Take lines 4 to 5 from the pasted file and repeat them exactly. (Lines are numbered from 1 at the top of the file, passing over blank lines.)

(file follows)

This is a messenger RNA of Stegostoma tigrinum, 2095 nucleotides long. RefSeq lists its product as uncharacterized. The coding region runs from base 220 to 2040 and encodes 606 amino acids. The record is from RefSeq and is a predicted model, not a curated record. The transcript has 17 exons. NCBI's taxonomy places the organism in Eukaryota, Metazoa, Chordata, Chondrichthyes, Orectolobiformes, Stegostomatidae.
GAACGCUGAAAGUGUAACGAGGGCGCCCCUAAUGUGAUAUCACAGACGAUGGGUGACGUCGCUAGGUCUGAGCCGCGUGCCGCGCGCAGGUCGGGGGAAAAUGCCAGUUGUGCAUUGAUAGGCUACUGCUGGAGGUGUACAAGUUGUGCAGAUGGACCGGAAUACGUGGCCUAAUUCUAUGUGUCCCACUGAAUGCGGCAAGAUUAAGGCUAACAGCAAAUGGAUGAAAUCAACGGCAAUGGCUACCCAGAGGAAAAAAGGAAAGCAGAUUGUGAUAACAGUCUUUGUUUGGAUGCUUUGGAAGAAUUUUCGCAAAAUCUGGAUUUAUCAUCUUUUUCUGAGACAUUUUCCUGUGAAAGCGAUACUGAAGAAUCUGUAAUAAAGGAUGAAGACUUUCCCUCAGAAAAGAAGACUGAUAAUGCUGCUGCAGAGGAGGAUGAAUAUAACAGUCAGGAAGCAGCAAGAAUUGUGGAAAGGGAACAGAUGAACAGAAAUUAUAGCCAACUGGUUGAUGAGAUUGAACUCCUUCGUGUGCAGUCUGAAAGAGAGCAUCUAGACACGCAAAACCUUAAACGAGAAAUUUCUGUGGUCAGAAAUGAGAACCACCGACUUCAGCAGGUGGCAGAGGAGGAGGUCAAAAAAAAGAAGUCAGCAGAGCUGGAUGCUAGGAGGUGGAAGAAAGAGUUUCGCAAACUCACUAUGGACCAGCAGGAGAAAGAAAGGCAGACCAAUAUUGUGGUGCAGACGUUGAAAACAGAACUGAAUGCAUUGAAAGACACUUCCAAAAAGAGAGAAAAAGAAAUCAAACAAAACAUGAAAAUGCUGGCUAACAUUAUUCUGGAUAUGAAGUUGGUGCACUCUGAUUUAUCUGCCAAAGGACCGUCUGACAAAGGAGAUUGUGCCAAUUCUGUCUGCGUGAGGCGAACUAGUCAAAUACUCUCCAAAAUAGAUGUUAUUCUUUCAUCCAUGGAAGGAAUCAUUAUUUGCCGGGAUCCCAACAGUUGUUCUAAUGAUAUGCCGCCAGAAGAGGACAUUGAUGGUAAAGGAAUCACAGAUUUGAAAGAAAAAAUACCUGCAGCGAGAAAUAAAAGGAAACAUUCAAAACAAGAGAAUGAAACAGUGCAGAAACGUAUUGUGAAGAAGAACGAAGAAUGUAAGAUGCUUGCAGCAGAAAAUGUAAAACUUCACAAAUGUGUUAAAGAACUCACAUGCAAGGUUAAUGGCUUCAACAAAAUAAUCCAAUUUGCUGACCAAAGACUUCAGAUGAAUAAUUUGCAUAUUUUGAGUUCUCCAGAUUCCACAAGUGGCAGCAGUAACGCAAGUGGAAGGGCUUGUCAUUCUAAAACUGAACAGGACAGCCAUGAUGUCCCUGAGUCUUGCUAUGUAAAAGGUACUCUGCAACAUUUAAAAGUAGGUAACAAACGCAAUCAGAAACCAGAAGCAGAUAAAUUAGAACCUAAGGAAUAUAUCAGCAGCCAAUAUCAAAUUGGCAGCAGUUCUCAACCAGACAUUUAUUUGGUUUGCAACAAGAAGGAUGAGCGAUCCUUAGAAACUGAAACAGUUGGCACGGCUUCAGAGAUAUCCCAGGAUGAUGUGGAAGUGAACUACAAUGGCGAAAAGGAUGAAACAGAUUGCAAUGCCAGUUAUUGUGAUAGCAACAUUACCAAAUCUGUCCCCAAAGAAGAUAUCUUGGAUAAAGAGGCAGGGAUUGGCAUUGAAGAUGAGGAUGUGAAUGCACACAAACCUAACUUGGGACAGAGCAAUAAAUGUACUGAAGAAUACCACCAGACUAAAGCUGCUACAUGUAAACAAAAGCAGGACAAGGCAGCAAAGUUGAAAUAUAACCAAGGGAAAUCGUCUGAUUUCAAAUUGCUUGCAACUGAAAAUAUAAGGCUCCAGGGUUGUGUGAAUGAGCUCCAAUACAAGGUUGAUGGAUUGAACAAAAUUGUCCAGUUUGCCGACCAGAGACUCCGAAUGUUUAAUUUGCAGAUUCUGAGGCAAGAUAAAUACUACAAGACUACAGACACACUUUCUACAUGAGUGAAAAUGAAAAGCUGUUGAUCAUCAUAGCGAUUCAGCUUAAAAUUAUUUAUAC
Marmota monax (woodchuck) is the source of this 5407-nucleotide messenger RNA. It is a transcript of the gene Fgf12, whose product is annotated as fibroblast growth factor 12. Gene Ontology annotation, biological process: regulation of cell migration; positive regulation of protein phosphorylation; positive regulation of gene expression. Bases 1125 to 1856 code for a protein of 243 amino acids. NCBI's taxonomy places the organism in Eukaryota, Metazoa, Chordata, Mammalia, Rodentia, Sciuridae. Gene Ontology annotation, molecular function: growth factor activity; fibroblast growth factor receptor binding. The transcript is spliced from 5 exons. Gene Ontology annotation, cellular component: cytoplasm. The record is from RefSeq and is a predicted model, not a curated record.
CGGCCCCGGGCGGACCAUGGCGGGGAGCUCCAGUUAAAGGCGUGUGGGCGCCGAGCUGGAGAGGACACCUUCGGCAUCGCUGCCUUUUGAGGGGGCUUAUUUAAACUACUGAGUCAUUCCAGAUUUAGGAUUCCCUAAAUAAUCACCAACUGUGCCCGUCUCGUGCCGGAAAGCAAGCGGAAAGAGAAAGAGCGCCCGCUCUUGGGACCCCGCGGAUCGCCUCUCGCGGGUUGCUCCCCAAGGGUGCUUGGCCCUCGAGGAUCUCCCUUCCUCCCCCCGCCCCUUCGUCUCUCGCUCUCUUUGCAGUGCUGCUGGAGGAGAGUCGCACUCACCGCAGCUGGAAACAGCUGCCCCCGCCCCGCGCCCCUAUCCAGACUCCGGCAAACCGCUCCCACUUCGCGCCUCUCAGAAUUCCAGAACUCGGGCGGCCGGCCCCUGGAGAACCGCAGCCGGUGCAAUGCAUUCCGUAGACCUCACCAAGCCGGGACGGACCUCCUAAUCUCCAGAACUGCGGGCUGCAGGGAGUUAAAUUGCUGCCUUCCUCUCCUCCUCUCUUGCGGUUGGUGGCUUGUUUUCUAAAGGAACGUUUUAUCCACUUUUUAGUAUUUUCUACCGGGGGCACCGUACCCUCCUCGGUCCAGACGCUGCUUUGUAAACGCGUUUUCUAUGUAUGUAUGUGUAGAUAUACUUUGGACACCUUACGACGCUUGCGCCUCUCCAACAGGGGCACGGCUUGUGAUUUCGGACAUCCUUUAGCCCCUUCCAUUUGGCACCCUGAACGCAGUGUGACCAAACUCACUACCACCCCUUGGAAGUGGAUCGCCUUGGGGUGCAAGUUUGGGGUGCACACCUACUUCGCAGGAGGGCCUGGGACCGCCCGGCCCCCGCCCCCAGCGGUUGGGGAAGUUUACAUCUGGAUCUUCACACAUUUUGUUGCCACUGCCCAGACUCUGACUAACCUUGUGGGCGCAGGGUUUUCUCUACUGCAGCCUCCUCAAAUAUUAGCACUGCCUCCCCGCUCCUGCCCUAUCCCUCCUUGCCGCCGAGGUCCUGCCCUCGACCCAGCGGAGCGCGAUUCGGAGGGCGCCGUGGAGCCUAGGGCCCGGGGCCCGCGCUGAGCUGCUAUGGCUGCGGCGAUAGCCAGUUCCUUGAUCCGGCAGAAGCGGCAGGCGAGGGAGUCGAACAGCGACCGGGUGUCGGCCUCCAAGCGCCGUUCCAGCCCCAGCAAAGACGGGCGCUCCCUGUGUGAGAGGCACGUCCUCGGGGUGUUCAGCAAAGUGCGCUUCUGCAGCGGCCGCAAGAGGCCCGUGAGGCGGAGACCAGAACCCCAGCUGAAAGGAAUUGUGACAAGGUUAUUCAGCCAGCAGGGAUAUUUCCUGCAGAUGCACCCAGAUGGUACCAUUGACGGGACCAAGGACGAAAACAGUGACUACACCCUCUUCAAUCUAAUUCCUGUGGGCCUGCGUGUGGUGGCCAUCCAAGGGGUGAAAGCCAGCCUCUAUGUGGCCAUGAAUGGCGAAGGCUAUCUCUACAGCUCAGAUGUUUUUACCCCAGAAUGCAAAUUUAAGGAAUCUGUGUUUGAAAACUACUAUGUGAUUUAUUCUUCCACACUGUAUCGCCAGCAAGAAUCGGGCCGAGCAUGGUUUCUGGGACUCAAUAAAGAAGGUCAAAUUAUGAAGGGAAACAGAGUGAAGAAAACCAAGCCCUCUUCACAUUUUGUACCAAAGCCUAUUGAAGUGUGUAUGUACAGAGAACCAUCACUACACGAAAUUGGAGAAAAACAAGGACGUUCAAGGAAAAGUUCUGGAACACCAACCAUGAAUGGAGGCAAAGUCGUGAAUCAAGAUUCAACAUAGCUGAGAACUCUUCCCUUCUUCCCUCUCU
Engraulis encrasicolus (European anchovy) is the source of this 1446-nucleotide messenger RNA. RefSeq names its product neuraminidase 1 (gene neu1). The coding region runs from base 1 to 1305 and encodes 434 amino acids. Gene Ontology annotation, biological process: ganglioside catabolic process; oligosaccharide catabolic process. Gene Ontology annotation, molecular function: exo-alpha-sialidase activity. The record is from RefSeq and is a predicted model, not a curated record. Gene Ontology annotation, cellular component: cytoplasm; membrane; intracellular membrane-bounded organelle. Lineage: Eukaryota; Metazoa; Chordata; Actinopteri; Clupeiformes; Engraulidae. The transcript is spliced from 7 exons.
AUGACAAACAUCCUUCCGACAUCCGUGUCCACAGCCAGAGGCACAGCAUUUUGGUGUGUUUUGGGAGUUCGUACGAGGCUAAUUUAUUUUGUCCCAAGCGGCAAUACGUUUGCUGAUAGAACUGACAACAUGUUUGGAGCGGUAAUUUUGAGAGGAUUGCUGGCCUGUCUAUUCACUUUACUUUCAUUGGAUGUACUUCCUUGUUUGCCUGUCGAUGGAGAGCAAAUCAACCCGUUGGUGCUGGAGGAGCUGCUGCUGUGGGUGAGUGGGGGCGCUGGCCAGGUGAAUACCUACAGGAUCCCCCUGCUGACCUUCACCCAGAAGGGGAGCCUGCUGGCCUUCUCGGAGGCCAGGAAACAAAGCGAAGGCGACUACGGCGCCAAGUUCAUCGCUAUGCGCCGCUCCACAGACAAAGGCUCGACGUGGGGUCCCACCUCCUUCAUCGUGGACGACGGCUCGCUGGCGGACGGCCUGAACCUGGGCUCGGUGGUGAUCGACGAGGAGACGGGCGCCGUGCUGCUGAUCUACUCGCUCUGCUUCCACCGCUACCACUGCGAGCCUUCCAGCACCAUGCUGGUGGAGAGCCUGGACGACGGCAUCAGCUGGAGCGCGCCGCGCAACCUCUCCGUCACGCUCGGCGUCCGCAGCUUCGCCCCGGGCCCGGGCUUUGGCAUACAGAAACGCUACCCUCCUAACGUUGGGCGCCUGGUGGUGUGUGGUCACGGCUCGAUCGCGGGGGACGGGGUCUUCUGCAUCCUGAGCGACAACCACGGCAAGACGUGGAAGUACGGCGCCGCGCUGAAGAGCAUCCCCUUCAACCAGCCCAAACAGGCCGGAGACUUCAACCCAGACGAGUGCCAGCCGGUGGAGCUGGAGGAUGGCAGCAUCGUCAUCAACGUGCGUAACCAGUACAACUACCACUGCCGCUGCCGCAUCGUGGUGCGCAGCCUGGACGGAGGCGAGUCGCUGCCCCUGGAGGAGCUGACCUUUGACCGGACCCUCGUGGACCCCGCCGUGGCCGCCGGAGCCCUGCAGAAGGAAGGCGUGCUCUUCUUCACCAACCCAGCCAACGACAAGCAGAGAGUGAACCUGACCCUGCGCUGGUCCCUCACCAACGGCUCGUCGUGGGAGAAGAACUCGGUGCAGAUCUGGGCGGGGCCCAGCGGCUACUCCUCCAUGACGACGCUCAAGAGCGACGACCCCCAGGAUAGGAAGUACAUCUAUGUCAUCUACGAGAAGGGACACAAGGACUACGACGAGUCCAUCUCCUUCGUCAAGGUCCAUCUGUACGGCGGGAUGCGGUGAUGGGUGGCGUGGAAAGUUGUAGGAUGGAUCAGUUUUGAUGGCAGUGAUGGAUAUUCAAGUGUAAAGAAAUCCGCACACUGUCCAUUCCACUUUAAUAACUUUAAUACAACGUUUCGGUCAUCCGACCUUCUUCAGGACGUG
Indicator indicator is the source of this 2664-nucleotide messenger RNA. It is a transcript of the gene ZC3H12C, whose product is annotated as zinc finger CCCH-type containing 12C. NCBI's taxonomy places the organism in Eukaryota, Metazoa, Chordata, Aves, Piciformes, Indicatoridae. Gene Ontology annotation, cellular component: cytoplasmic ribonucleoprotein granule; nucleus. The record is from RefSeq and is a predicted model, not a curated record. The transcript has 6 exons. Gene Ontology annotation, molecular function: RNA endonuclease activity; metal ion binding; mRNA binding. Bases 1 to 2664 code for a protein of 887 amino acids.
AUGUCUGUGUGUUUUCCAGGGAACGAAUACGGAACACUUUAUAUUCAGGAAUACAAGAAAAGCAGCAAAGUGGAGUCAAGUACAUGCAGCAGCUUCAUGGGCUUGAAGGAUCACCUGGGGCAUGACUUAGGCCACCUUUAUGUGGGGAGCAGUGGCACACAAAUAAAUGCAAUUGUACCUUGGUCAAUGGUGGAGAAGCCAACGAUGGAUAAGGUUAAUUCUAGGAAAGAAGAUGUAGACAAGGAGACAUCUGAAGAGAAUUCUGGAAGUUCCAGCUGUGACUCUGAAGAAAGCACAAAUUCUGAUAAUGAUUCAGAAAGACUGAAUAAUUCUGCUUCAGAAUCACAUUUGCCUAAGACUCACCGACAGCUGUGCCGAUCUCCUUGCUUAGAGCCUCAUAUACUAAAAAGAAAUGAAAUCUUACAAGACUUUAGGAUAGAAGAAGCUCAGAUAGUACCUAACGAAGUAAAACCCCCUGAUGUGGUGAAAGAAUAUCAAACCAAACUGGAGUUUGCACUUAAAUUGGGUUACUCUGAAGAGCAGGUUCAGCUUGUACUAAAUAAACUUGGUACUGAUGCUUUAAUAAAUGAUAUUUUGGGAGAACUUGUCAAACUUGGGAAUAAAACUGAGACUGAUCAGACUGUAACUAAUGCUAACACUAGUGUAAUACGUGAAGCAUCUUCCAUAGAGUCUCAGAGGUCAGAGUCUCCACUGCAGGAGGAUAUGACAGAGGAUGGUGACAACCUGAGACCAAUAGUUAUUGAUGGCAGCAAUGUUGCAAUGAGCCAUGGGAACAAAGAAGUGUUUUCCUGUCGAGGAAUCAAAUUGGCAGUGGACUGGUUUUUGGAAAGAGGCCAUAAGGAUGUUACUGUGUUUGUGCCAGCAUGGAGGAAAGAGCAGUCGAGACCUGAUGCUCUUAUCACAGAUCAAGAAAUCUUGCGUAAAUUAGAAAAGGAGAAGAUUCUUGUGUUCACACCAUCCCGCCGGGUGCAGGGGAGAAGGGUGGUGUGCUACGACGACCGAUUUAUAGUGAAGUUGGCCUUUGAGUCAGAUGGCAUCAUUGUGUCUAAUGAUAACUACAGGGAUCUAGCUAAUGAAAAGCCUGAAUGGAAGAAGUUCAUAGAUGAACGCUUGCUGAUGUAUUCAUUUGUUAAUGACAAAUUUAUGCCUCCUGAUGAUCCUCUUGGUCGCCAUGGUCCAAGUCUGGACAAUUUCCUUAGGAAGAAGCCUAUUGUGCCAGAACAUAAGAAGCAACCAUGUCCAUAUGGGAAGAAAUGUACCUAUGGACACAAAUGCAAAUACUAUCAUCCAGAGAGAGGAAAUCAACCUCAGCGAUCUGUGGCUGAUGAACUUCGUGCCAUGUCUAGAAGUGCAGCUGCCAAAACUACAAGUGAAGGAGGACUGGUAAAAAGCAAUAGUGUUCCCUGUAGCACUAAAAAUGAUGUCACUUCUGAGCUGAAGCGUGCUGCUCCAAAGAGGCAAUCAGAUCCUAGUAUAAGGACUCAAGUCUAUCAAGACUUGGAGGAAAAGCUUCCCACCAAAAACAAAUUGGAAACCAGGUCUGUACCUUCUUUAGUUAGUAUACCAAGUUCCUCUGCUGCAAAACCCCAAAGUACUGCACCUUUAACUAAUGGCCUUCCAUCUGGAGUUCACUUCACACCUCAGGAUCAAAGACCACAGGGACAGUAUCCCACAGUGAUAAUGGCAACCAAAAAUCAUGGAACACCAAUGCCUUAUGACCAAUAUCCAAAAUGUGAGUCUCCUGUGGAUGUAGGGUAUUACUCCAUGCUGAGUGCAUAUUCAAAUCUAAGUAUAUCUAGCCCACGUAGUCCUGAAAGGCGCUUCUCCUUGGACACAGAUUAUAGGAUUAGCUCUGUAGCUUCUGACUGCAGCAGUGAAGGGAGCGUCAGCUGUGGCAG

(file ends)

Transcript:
CGGCCCCGGGCGGACCAUGGCGGGGAGCUCCAGUUAAAGGCGUGUGGGCGCCGAGCUGGAGAGGACACCUUCGGCAUCGCUGCCUUUUGAGGGGGCUUAUUUAAACUACUGAGUCAUUCCAGAUUUAGGAUUCCCUAAAUAAUCACCAACUGUGCCCGUCUCGUGCCGGAAAGCAAGCGGAAAGAGAAAGAGCGCCCGCUCUUGGGACCCCGCGGAUCGCCUCUCGCGGGUUGCUCCCCAAGGGUGCUUGGCCCUCGAGGAUCUCCCUUCCUCCCCCCGCCCCUUCGUCUCUCGCUCUCUUUGCAGUGCUGCUGGAGGAGAGUCGCACUCACCGCAGCUGGAAACAGCUGCCCCCGCCCCGCGCCCCUAUCCAGACUCCGGCAAACCGCUCCCACUUCGCGCCUCUCAGAAUUCCAGAACUCGGGCGGCCGGCCCCUGGAGAACCGCAGCCGGUGCAAUGCAUUCCGUAGACCUCACCAAGCCGGGACGGACCUCCUAAUCUCCAGAACUGCGGGCUGCAGGGAGUUAAAUUGCUGCCUUCCUCUCCUCCUCUCUUGCGGUUGGUGGCUUGUUUUCUAAAGGAACGUUUUAUCCACUUUUUAGUAUUUUCUACCGGGGGCACCGUACCCUCCUCGGUCCAGACGCUGCUUUGUAAACGCGUUUUCUAUGUAUGUAUGUGUAGAUAUACUUUGGACACCUUACGACGCUUGCGCCUCUCCAACAGGGGCACGGCUUGUGAUUUCGGACAUCCUUUAGCCCCUUCCAUUUGGCACCCUGAACGCAGUGUGACCAAACUCACUACCACCCCUUGGAAGUGGAUCGCCUUGGGGUGCAAGUUUGGGGUGCACACCUACUUCGCAGGAGGGCCUGGGACCGCCCGGCCCCCGCCCCCAGCGGUUGGGGAAGUUUACAUCUGGAUCUUCACACAUUUUGUUGCCACUGCCCAGACUCUGACUAACCUUGUGGGCGCAGGGUUUUCUCUACUGCAGCCUCCUCAAAUAUUAGCACUGCCUCCCCGCUCCUGCCCUAUCCCUCCUUGCCGCCGAGGUCCUGCCCUCGACCCAGCGGAGCGCGAUUCGGAGGGCGCCGUGGAGCCUAGGGCCCGGGGCCCGCGCUGAGCUGCUAUGGCUGCGGCGAUAGCCAGUUCCUUGAUCCGGCAGAAGCGGCAGGCGAGGGAGUCGAACAGCGACCGGGUGUCGGCCUCCAAGCGCCGUUCCAGCCCCAGCAAAGACGGGCGCUCCCUGUGUGAGAGGCACGUCCUCGGGGUGUUCAGCAAAGUGCGCUUCUGCAGCGGCCGCAAGAGGCCCGUGAGGCGGAGACCAGAACCCCAGCUGAAAGGAAUUGUGACAAGGUUAUUCAGCCAGCAGGGAUAUUUCCUGCAGAUGCACCCAGAUGGUACCAUUGACGGGACCAAGGACGAAAACAGUGACUACACCCUCUUCAAUCUAAUUCCUGUGGGCCUGCGUGUGGUGGCCAUCCAAGGGGUGAAAGCCAGCCUCUAUGUGGCCAUGAAUGGCGAAGGCUAUCUCUACAGCUCAGAUGUUUUUACCCCAGAAUGCAAAUUUAAGGAAUCUGUGUUUGAAAACUACUAUGUGAUUUAUUCUUCCACACUGUAUCGCCAGCAAGAAUCGGGCCGAGCAUGGUUUCUGGGACUCAAUAAAGAAGGUCAAAUUAUGAAGGGAAACAGAGUGAAGAAAACCAAGCCCUCUUCACAUUUUGUACCAAAGCCUAUUGAAGUGUGUAUGUACAGAGAACCAUCACUACACGAAAUUGGAGAAAAACAAGGACGUUCAAGGAAAAGUUCUGGAACACCAACCAUGAAUGGAGGCAAAGUCGUGAAUCAAGAUUCAACAUAGCUGAGAACUCUUCCCUUCUUCCCUCUCU
Engraulis encrasicolus (European anchovy) is the source of this 1446-nucleotide messenger RNA. RefSeq names its product neuraminidase 1 (gene neu1). The coding region runs from base 1 to 1305 and encodes 434 amino acids. Gene Ontology annotation, biological process: ganglioside catabolic process; oligosaccharide catabolic process. Gene Ontology annotation, molecular function: exo-alpha-sialidase activity. The record is from RefSeq and is a predicted model, not a curated record. Gene Ontology annotation, cellular component: cytoplasm; membrane; intracellular membrane-bounded organelle. Lineage: Eukaryota; Metazoa; Chordata; Actinopteri; Clupeiformes; Engraulidae. The transcript is spliced from 7 exons.